These things look like slightly smaller and shorter Class A coaches. The big difference is the driving cab. The RV manufacturer didn’t make it; the chassis manufacturer did. And quite frankly, that’s a good thing. That means you’re getting an automotive-style cab, which is crash testing. Plus the overall build quality is usually better.

A really good Class C is more like a commercial truck than a Class A. If they’re built on a commercial truck platform, you’ll get exceptional mechanical reliability. Payload and towing capacity are often double or triple what you’ll find on a typical Class C.

Class C Motorhome Major Manufacturers

There are about 15 major Class C motorhome RV manufacturers in North America. 

Some of the biggest names include:

  • Thor
  • Winnebago
  • Forest River Berkshire
  • Tiffin
  • Adventurer Manufacturing
  • Jayco

For a full list of manufacturers, check out our comprehensive RV manufacturer’s list!

There are also dozens of custom coachbuilders who will design you a bespoke Class C or Super C motorhome, complete with toy hauler garages, double queen beds, 10-speed rain-sensing time-scheduled ceiling fans, or whatever else your heart desires. They are not shown on our lists.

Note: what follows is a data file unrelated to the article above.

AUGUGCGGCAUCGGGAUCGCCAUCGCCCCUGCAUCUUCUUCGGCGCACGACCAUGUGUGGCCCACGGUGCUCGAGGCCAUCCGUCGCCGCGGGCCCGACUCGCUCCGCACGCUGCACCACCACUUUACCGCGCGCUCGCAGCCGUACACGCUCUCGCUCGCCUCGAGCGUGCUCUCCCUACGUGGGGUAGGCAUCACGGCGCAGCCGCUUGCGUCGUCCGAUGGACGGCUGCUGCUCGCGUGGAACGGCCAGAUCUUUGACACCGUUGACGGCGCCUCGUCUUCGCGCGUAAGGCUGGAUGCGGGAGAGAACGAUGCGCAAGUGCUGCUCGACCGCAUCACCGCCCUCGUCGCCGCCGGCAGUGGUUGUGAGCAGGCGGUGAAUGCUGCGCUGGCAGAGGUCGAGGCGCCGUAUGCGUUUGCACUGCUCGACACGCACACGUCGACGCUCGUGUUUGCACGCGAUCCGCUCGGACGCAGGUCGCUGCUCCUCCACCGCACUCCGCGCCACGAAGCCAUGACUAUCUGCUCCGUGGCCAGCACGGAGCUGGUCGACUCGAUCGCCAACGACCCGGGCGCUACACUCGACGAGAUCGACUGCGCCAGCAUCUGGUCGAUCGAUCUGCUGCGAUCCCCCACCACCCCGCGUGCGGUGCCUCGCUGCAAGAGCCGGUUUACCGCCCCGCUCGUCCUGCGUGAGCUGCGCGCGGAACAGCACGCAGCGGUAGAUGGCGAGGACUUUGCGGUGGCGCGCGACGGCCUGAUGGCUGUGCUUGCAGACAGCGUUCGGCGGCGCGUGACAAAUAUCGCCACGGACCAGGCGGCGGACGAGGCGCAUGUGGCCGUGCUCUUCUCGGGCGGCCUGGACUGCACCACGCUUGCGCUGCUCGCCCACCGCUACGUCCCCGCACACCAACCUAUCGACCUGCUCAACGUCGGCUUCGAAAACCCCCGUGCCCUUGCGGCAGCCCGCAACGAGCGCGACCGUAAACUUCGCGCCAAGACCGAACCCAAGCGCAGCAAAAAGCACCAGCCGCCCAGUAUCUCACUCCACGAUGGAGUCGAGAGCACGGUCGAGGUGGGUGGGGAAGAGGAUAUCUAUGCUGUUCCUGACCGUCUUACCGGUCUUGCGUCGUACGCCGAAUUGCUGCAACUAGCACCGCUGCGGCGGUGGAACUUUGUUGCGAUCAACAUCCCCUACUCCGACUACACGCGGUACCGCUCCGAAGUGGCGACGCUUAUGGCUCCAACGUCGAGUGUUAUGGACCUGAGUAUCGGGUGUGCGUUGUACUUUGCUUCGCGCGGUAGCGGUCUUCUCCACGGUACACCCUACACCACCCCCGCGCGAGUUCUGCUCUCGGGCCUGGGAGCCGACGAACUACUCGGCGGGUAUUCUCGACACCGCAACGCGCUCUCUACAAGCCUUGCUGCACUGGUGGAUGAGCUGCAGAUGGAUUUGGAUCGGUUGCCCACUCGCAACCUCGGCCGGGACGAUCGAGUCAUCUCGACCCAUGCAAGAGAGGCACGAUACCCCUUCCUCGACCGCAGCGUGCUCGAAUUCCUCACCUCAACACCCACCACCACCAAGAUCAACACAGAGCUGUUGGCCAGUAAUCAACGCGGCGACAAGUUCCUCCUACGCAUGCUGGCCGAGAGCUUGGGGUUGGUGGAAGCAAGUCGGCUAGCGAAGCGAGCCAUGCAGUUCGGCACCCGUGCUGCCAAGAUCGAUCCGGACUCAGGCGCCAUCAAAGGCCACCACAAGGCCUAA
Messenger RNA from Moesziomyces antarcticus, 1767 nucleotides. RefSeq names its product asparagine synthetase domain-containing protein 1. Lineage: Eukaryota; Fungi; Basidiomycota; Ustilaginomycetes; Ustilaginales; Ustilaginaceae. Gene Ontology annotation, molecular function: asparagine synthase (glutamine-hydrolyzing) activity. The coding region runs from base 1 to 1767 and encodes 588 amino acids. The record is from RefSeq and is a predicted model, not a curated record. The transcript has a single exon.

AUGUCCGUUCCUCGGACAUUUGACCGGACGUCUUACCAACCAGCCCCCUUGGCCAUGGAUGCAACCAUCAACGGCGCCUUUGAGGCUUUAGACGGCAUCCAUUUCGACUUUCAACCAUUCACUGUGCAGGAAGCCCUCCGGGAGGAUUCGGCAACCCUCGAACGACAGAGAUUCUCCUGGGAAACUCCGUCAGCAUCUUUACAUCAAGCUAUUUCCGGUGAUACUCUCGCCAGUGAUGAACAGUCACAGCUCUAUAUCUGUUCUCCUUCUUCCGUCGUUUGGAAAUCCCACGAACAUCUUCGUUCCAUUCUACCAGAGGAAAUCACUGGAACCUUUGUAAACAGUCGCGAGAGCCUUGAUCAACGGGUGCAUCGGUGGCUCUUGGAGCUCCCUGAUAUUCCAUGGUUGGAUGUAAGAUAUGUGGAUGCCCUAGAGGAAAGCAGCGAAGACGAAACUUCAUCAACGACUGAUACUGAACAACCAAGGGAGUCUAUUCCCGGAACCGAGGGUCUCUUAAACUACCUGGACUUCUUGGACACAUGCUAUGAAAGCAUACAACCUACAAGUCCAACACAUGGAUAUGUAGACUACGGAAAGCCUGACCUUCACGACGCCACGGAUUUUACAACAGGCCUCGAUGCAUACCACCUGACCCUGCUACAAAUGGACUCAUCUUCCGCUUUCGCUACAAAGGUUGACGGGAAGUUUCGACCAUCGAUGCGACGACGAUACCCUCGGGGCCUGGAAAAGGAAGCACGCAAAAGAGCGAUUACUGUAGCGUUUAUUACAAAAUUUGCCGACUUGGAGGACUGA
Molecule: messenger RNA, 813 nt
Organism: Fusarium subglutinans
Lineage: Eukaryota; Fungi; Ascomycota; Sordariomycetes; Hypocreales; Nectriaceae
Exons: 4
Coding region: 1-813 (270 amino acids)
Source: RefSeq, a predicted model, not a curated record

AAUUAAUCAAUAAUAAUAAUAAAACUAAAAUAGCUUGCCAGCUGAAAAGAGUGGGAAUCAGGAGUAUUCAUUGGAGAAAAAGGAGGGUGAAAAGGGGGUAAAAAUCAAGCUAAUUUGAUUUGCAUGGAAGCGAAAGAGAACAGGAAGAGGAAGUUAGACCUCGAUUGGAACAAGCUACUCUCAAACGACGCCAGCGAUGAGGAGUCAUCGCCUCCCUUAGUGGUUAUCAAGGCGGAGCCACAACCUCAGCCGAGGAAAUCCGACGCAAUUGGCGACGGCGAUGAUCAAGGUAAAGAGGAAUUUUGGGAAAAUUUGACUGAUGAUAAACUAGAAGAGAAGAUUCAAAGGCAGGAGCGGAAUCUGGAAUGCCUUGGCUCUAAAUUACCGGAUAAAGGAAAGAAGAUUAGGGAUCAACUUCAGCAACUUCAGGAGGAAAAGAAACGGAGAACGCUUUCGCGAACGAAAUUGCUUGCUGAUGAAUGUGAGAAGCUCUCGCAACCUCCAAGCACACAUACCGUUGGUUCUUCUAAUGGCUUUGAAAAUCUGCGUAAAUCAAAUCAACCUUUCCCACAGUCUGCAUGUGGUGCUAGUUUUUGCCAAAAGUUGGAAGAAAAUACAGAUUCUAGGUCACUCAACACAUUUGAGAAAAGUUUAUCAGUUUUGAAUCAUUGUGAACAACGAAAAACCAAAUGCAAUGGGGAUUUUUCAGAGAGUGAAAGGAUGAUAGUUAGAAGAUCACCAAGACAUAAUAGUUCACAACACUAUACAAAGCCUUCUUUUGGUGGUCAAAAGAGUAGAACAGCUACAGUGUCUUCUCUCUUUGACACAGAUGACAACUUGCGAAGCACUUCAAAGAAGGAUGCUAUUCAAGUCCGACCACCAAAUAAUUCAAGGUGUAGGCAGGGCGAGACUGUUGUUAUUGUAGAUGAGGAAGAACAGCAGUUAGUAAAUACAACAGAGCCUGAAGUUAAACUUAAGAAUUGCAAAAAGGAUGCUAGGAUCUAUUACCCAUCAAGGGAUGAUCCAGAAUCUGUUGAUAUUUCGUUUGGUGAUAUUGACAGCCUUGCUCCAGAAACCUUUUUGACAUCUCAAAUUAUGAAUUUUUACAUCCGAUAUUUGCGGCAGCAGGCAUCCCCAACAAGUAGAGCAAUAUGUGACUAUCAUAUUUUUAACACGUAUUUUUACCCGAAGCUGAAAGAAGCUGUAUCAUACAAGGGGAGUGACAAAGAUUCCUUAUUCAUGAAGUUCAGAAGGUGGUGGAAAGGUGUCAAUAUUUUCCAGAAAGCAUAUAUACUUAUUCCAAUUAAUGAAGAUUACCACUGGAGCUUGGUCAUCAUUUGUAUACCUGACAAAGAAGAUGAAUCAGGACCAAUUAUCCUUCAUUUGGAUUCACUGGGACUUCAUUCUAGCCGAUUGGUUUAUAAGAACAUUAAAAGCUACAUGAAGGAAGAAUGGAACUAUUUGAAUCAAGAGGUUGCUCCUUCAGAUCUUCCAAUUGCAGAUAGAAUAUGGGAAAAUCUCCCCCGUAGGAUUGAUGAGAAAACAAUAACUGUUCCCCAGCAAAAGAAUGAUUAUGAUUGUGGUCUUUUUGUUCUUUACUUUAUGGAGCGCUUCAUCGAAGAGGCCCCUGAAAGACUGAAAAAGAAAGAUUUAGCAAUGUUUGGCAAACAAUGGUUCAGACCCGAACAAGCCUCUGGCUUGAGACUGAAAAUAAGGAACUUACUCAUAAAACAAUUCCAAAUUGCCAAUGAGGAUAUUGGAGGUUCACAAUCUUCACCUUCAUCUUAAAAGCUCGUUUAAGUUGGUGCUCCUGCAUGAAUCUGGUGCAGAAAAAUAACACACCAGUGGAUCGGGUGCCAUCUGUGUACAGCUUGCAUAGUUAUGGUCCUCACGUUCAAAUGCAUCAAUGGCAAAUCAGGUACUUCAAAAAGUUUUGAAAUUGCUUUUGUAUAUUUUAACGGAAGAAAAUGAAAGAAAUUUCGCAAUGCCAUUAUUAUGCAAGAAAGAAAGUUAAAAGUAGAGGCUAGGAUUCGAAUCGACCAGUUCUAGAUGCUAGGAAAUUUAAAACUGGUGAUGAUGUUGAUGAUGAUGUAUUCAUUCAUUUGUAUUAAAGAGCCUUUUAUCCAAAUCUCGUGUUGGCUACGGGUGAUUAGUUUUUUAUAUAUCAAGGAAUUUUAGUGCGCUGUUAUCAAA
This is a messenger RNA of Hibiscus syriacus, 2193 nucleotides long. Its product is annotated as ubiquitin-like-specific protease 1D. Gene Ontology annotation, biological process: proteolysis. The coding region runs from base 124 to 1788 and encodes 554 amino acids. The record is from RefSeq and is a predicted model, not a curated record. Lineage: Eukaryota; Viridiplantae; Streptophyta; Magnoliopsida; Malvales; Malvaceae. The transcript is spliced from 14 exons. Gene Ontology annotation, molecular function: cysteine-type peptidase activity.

We’ve spotlighted a few brands below. These brands are either known for their popularity, quality, or innovation. 

Thor Motor Coach

Thor is Big Dog. The company manufactures 11 lines of Class A motorhomes, including the classic Four Winds and the popular Chateau series. They almost make two lines of diesel-powered Super C’s.

Everyone 1 out of 4 motorhomes sold in America is a Thor. You’ll find no shortage of configurations, lengths, floorplans, features and styles.

Forest River


Forest River RV is an RV manufacturer based in the state of Indiana and has been in operation since 1996. The company is owned by Berkshire Hathway (that’s right, Warren Buffet is daddy).

Forest River is the second-largest RV manufacturer in America. You can find any size, shape or style or toy hauler, fifth wheel or travel trailer. Their Class C families are the Solera, Forester and Sunseeker. Each family has its own models and series.


Jayco is an RV manufacturer based in the state of Indiana and has been in operation since 1968. The company is owned by Thor Industries.